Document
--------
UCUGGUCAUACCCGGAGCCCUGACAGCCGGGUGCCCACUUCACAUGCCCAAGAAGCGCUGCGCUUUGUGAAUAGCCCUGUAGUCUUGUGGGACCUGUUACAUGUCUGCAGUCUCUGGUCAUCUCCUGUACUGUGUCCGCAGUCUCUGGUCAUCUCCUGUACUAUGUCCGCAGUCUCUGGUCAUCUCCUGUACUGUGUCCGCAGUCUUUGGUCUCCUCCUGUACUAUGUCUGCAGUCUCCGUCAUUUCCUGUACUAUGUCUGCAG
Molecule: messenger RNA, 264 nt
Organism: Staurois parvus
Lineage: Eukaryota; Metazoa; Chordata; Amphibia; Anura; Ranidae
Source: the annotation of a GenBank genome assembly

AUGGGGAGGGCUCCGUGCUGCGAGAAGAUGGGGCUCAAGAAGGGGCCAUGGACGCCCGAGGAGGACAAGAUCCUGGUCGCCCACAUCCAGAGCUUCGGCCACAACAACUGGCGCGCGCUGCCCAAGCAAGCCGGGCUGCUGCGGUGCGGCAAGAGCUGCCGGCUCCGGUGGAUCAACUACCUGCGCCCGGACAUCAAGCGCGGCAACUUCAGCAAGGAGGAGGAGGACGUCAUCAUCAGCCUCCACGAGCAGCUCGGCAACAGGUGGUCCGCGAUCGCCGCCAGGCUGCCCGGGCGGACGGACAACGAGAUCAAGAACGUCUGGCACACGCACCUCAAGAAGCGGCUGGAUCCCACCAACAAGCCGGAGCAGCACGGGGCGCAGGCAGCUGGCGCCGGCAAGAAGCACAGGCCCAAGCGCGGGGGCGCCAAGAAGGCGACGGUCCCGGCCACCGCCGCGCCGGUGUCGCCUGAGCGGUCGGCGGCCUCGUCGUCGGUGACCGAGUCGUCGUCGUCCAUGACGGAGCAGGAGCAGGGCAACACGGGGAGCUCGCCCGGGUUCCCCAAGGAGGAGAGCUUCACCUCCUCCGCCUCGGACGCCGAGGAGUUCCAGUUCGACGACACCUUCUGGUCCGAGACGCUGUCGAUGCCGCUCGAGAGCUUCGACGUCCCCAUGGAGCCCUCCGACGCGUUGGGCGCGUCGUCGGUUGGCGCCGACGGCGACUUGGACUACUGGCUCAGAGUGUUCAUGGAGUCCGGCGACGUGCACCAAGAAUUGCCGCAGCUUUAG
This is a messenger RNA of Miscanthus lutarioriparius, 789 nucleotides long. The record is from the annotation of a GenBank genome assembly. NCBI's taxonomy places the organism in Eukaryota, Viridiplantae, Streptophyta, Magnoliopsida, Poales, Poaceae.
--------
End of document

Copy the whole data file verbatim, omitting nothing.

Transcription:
UCUGGUCAUACCCGGAGCCCUGACAGCCGGGUGCCCACUUCACAUGCCCAAGAAGCGCUGCGCUUUGUGAAUAGCCCUGUAGUCUUGUGGGACCUGUUACAUGUCUGCAGUCUCUGGUCAUCUCCUGUACUGUGUCCGCAGUCUCUGGUCAUCUCCUGUACUAUGUCCGCAGUCUCUGGUCAUCUCCUGUACUGUGUCCGCAGUCUUUGGUCUCCUCCUGUACUAUGUCUGCAGUCUCCGUCAUUUCCUGUACUAUGUCUGCAG
Molecule: messenger RNA, 264 nt
Organism: Staurois parvus
Lineage: Eukaryota; Metazoa; Chordata; Amphibia; Anura; Ranidae
Source: the annotation of a GenBank genome assembly

AUGGGGAGGGCUCCGUGCUGCGAGAAGAUGGGGCUCAAGAAGGGGCCAUGGACGCCCGAGGAGGACAAGAUCCUGGUCGCCCACAUCCAGAGCUUCGGCCACAACAACUGGCGCGCGCUGCCCAAGCAAGCCGGGCUGCUGCGGUGCGGCAAGAGCUGCCGGCUCCGGUGGAUCAACUACCUGCGCCCGGACAUCAAGCGCGGCAACUUCAGCAAGGAGGAGGAGGACGUCAUCAUCAGCCUCCACGAGCAGCUCGGCAACAGGUGGUCCGCGAUCGCCGCCAGGCUGCCCGGGCGGACGGACAACGAGAUCAAGAACGUCUGGCACACGCACCUCAAGAAGCGGCUGGAUCCCACCAACAAGCCGGAGCAGCACGGGGCGCAGGCAGCUGGCGCCGGCAAGAAGCACAGGCCCAAGCGCGGGGGCGCCAAGAAGGCGACGGUCCCGGCCACCGCCGCGCCGGUGUCGCCUGAGCGGUCGGCGGCCUCGUCGUCGGUGACCGAGUCGUCGUCGUCCAUGACGGAGCAGGAGCAGGGCAACACGGGGAGCUCGCCCGGGUUCCCCAAGGAGGAGAGCUUCACCUCCUCCGCCUCGGACGCCGAGGAGUUCCAGUUCGACGACACCUUCUGGUCCGAGACGCUGUCGAUGCCGCUCGAGAGCUUCGACGUCCCCAUGGAGCCCUCCGACGCGUUGGGCGCGUCGUCGGUUGGCGCCGACGGCGACUUGGACUACUGGCUCAGAGUGUUCAUGGAGUCCGGCGACGUGCACCAAGAAUUGCCGCAGCUUUAG
This is a messenger RNA of Miscanthus lutarioriparius, 789 nucleotides long. The record is from the annotation of a GenBank genome assembly. NCBI's taxonomy places the organism in Eukaryota, Viridiplantae, Streptophyta, Magnoliopsida, Poales, Poaceae.